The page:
1. "12 Years a Slave" - “Your story is amazing and in no good way.”
A day laborer named Bass (Brad Pitt) says this to Solomon Northup (Chiwetel Ejiofor), and his statement is unfortunately right.
A pair of men dupe Northup, a free man living in Saratoga, NY in 1841, and sell him into slavery where he spends (and loses) - as the title suggests - 12 years of his life.
McQueen pushes a poignant hand to explain Northup’s nightmare and shows the worst of humanity during a shameful portion of American history.
Throughout the film, the narrative demonstrates two main themes: the business of slavery and the cruelty it generates.
From a business-perspective, merchants sell Northup and other human beings like cattle to plantation owners, and then plantation owners work the slaves to death or, on occasion, sell or trade them just as easily making a simple transaction at the local general store.
Slaves were not treated as property.
They were property.
One of the key characters is Solomon's master, a viciously brutal plantation owner named Epps (Michael Fassbender), and he not only establishes his role as a tightly-wound businessman, but also one who savagely delivers his demands.
Epps - who often quotes scripture - enjoys the fruits of his free labor while “his property” picks cotton from his fields during long days in the unforgiving heat.
Heaven help a slave who does not meet Epps’s daily cotton quota, and since he sets the bar so incredibly high, beatings become inevitable to everyone at some point.
One slave, however, is treated differently, and her name is Patsey (Lupita Nyong’o).
Patsey creates a quagmire for Epps because he loves her, but at the same time, she is just a subserviant piece of property to him as well.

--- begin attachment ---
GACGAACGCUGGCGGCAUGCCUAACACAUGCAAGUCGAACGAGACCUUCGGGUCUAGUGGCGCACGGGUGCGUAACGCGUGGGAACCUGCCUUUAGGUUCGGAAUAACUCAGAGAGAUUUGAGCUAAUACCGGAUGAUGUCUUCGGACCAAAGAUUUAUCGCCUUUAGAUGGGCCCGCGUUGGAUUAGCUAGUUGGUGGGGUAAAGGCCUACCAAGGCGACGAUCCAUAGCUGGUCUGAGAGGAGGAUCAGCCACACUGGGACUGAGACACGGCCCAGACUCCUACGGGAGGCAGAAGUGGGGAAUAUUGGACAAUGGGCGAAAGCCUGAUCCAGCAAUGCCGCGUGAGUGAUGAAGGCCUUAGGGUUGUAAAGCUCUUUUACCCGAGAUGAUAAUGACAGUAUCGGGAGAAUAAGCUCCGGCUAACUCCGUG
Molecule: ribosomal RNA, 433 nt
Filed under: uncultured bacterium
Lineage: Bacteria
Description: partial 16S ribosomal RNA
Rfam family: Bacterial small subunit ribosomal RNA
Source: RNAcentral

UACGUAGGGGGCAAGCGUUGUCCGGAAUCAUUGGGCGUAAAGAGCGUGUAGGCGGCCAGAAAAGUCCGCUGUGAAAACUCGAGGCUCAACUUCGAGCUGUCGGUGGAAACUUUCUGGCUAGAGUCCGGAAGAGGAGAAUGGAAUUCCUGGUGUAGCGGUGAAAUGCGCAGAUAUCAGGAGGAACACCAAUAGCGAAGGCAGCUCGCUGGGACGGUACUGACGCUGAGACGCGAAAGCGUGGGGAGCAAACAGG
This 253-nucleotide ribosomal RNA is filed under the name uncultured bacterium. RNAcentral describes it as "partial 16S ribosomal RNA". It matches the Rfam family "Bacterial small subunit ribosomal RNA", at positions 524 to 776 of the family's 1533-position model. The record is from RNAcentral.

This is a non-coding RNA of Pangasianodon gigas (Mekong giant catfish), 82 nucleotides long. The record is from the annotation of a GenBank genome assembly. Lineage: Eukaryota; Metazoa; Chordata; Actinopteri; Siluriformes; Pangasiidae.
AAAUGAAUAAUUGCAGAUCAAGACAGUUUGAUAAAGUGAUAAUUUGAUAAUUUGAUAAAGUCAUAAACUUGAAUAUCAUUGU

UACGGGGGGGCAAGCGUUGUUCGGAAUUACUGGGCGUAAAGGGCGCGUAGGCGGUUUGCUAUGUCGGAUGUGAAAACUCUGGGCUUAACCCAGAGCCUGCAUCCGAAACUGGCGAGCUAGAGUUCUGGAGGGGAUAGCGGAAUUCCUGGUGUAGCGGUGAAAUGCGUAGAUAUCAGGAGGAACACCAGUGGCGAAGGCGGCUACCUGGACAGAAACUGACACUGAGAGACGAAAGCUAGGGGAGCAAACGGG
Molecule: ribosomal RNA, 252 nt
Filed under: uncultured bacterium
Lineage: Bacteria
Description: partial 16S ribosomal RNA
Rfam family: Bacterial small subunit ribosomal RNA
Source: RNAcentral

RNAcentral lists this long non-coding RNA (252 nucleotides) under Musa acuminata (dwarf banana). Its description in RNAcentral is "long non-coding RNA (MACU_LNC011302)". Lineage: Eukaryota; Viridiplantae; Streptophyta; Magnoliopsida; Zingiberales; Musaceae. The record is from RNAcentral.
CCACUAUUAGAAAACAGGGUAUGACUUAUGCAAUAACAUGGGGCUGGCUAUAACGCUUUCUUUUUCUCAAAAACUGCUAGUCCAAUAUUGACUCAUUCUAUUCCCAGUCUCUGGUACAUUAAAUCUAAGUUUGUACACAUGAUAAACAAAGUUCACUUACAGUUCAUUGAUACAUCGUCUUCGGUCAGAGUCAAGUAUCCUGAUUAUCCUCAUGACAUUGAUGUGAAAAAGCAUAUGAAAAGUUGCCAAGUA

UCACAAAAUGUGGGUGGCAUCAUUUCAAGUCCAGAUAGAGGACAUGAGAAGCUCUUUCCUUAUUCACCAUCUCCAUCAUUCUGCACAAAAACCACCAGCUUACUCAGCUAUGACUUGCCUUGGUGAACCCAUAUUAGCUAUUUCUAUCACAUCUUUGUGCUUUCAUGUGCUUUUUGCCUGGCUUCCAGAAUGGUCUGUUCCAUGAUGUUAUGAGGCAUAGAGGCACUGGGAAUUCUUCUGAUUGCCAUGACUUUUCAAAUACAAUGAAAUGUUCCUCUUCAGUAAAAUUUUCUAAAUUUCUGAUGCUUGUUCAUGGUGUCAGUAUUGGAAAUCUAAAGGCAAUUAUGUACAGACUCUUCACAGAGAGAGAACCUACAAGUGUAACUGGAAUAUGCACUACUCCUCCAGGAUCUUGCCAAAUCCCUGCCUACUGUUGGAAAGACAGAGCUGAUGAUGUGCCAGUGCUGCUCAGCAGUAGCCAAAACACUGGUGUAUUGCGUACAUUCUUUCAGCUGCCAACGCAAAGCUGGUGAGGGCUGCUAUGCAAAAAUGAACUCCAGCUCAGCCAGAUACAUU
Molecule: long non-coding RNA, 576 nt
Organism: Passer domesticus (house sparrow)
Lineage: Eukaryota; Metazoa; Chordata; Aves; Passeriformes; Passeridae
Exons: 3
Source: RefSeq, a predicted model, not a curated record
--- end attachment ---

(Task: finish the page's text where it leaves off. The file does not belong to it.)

His conflicted feelings generate anger and confusion, and his only known relief is to inflict violence.
Fassbender and Nyong’o were rightfully nominated for Best Supporting Actor and Actress Oscars respectively, and their relationship is scorched into my memory.
Solomon Northup’s journey obviously found a place in my brain’s permanent hard drive too, and Ejiofor’s performance deservedly earned him a Best Actor Oscar nomination.
Ejiofor’s Northup had to learn to let go of his resistance to his forced circumstance.
No longer named Solomon, he is forced to take the name Platt and needs to “become” Platt in order to survive.
Solomon/Platt cannot display signs of his education or his ability to read or write in any way, or death would be his destiny.
Ejiofor gives a heroic performance as we see Solomon reluctantly slide into Platt, and McQueen treats this transformation with deliberate purpose.
McQueen, Ejiofor and everyone else connected with this film performed an important service.
Everyone needs to know Northup's story because it is “amazing and in no good way.”
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